Let’s Save Metadata


When you see the word metadata I’m sure you begin to sweat. You get that lump in your throat and suppressed memories bubble to the surface (none of which are good).

They can get you at any time

Now it isn’t hard to think about why, metadata as we’ve been exposed to is just not human readable and thus barely human usable. Working in the government sector as a consultant exposed me to the worst two words that any DoD consultant can be exposed to; “metadata required”.

We deal with four letter acronyms all the time right? FGDC Even the website is built on Plone which of course feels more like Ivy League research project than the traditional SharePoint website we’d all expect from a government website. One should be scared navigating it and trying to find information. Anyway what about metadata as we’ve been utilizing it (FGDC or ISO) is just so painful?

Machine Readable vs. Human Readable

So FGDC or ISO metadata is complex, but there could be good reasons for this. They both try and address every conceivable possibility that might need describing in geo-data. If both were primarily designed for allowing servers to talk with each other, I’m not sure any of us would have any problem with it (nor would we really be looking for it). But servers rarely read and write metadata on their own without human interaction. Thus the reality of the situation is we poor humans have to ingest and parse metadata regularly.


Well this brings me to what I see as the biggest problem with metadata. It is almost always in XML format. Now don’t get me wrong, XML does have its purpose. In fact I could list probably thousands of times that XML is the right answer. Sometimes it works and works well, other times you end up with a whole bunch of brackets and text that blends together. With a good eye you can parse out what you need, but there is so much noise there that it almost feels like a “Where’s Waldo” exercise. But XML does do a good job of organizing data for machines, but it doesn’t do it in ways that are easily readable.

What Human Readable Metadata Should Focus on

So some person sends you a dataset for a project you are working on. There are some questions you want answered before you commit to using the dataset:

  1. Who is responsible for the dataset?
  2. What is the dataset representing?
  3. When was it created?
  4. Where are its extents (projection, datum, etc)?
  5. How was it created?
  6. Why was it created?

The problem with metadata today is those questions are hard to parse out of metadata. If you know what to search for you might be able to find it relatively quickly, but the simple fact is that if I want to see the those answers above for a dataset, they should be exposed to me first.

Metadata Style Sheets

One way people have tried to make FGDC metadata (and ISO to some extent) more readable is through the use of style sheets. Many ESRI users are exposed to this inside their ArcCatalog. That drop-down list that lets you choose different ways of viewing the metadata is a style sheet selector. This means that you can take that ugly XML metadata and parse it out in ways that are easier to read. I’ve not seen much in the way of usability improvements on this front. At WeoGeo we offer human readable metadata on our dataset information pages. Others are doing it as well, but there is really no standard as to how this should be organized.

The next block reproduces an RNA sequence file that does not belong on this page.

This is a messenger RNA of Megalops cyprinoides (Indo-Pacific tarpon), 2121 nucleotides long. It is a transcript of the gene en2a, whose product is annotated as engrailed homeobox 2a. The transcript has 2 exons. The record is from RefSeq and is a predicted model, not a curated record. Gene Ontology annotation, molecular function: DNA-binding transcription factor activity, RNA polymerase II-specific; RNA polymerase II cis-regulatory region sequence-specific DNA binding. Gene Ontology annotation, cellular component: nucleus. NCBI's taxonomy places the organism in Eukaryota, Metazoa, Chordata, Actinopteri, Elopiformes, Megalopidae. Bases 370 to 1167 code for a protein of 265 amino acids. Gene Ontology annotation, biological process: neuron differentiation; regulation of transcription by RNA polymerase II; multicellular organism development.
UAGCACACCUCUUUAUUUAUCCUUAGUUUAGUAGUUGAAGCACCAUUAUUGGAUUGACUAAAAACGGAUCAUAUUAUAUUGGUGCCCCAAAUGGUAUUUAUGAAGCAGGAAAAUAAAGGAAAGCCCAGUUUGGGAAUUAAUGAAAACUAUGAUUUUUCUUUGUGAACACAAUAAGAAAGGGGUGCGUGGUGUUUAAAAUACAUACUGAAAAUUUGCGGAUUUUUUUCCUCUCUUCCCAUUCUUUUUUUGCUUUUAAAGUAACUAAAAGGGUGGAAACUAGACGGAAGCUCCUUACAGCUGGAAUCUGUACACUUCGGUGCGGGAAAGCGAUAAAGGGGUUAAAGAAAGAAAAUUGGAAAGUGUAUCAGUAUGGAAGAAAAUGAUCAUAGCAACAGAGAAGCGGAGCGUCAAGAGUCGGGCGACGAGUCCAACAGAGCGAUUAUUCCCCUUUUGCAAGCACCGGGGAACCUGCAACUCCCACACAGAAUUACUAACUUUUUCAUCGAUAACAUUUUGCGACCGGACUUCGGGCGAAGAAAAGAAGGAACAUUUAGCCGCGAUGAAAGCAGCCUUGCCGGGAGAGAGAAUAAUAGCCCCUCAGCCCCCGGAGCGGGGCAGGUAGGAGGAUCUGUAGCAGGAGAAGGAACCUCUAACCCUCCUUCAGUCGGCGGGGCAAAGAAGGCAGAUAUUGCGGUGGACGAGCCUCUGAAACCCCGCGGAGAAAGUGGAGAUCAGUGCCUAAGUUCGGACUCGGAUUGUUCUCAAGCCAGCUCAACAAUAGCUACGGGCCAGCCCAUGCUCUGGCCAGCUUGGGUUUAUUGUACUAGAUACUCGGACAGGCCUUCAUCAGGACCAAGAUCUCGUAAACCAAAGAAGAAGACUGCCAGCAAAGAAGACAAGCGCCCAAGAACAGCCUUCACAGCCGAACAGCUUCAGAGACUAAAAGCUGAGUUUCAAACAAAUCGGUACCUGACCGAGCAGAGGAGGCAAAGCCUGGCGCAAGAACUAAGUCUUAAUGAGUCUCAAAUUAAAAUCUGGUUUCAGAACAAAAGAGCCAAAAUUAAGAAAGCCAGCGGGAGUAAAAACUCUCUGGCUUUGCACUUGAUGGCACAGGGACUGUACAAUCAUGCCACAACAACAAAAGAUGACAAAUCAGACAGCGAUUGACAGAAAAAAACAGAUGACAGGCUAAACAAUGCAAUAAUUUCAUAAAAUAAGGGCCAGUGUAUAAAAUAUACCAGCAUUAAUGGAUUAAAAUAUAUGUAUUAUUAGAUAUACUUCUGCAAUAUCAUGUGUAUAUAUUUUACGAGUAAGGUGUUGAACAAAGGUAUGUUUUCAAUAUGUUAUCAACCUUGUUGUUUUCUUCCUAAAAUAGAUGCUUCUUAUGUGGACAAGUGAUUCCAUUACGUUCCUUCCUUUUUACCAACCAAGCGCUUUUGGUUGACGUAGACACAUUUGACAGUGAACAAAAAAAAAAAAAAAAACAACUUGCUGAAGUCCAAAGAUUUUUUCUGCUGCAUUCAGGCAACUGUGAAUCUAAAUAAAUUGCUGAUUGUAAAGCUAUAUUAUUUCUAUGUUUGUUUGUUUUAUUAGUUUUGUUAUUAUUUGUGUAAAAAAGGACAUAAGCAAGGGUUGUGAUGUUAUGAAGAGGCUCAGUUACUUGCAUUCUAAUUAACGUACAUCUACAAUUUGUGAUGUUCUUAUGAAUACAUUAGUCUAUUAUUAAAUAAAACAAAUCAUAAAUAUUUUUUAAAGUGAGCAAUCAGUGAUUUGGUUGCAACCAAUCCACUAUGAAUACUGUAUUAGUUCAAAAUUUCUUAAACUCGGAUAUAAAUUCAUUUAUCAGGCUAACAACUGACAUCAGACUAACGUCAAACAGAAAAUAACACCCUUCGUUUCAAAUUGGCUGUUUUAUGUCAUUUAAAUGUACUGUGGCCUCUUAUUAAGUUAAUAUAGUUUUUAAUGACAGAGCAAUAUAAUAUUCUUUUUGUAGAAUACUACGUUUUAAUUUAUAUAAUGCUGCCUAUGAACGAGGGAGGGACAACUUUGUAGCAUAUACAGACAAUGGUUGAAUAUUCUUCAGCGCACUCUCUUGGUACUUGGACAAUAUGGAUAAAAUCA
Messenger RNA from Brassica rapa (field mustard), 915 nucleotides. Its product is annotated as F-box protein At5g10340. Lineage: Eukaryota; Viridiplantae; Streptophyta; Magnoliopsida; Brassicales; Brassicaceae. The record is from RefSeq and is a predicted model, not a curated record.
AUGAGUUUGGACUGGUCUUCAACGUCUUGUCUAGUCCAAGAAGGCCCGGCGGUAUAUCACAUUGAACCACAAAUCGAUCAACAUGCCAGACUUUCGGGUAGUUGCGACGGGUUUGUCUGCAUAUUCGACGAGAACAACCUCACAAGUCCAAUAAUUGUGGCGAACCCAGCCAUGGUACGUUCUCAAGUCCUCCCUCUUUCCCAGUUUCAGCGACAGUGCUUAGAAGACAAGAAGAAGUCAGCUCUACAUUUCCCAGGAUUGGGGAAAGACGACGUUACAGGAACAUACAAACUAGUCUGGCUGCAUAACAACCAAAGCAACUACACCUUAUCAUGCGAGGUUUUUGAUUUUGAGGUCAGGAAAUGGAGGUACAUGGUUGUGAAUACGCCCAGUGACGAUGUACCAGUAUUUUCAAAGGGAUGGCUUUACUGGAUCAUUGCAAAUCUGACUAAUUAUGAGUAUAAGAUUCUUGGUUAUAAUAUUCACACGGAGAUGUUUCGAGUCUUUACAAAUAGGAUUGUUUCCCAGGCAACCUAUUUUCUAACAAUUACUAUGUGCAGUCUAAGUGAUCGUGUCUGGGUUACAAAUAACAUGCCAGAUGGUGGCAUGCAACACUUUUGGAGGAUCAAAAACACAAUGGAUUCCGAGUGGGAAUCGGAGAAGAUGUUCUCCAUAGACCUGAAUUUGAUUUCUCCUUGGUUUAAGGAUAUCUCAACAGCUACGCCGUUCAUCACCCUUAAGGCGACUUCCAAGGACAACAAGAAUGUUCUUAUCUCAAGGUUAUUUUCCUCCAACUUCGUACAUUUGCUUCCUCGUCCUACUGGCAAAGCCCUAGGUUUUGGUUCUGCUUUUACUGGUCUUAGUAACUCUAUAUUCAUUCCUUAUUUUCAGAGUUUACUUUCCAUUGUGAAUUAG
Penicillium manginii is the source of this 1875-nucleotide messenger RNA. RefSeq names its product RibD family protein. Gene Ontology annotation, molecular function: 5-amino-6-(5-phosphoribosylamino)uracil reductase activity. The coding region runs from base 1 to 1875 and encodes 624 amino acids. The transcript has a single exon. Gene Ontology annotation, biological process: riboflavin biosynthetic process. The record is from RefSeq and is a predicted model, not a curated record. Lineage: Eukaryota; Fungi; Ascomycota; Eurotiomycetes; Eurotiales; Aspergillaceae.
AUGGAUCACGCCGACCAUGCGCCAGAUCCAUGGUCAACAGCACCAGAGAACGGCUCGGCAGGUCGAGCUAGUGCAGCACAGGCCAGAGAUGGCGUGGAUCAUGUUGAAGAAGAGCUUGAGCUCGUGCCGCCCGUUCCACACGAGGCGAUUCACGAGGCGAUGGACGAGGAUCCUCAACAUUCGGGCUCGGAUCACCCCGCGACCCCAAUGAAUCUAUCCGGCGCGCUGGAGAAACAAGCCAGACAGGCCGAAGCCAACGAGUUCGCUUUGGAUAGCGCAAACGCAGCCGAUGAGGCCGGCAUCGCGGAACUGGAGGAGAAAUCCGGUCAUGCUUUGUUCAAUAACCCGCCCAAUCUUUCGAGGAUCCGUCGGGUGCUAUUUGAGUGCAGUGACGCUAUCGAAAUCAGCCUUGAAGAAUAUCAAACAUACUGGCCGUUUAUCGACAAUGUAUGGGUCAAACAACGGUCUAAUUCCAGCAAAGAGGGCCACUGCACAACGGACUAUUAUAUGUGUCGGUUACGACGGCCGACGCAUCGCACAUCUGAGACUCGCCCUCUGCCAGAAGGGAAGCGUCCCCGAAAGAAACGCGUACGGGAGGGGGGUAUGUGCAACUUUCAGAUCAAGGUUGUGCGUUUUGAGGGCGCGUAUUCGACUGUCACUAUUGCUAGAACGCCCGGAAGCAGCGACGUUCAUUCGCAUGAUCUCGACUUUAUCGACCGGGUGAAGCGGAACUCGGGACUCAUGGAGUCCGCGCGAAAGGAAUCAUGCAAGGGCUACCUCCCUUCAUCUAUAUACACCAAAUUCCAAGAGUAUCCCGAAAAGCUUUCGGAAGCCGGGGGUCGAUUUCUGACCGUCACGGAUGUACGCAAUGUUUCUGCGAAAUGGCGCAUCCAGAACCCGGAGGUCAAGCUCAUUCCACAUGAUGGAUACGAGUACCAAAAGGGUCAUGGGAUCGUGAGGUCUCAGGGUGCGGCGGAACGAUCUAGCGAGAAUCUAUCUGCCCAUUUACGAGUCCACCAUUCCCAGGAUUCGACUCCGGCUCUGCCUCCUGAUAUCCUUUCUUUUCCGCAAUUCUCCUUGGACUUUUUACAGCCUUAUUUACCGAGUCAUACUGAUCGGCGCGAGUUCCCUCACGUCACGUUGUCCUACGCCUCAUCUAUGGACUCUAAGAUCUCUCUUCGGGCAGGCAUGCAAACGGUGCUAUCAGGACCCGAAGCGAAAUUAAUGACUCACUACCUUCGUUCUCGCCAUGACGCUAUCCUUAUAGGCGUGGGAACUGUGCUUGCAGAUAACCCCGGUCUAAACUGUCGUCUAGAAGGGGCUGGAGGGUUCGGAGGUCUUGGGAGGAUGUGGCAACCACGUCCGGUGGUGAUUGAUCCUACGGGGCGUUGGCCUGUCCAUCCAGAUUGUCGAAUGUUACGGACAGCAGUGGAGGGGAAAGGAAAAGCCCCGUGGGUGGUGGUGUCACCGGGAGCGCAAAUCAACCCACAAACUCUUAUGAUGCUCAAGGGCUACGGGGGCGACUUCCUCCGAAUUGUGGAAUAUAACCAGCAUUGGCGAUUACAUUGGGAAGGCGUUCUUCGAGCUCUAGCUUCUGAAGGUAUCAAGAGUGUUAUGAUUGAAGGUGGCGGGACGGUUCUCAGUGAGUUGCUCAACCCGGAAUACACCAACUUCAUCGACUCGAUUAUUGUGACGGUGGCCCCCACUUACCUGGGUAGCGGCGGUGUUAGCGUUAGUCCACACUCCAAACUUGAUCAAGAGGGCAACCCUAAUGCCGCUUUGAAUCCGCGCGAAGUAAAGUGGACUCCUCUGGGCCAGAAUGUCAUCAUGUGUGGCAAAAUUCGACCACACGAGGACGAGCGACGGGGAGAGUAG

So Who Cares About FGDC/ISO?

Honestly you really shouldn’t care. You should care though about getting information describing the data you are working with. I think most of the issue with both metadata standards is that they are just too hard to input data into and too hard to get out the relevant information. Committee designed standards such as these always end up being way too much for real world use. We need to make sure we get the who, what, when, where, how and why of the dataset and to do this we need to look at the geo-data creation tools and how they help us input metadata. Data creators should have an easy time filling out those 6 things about their data. The issues are in the weeds of the metadata standards. But out on the fringes of the metadata requires, creation tools (such ArcCatalog) can help us manage things. Databases should be tracking who created the data (their name/address/etc), when it was last modified, any look up tables, aliases for field names, links to additional information and anything else that is being used for that dataset. Not having to track all that down gives the creator of the data enough focus to make the who, what, when, where, how and why so much better than they would if they had to enter everything.

And on the display end of things, I’d like to see UI experts work at creating better human readable metadata style sheets that hide the details that you don’t need to see at first glance and expose what we as uses of data need at first glance. It is easy enough to expand the details “below the fold” of a metadata page.

What Now?

It is up to all of us. We are stuck with the metadata standards so changing them at this point isn’t feasible. At WeoGeo we’re committed to working on bringing complex/detailed FGDC/ISO metadata to users in easy to digest methods. What I’d like to hear though is from others trying to crack this same nut and see if we can collaborate on this more and in this age of NSDIs still have usable metadata for people to make decisions.

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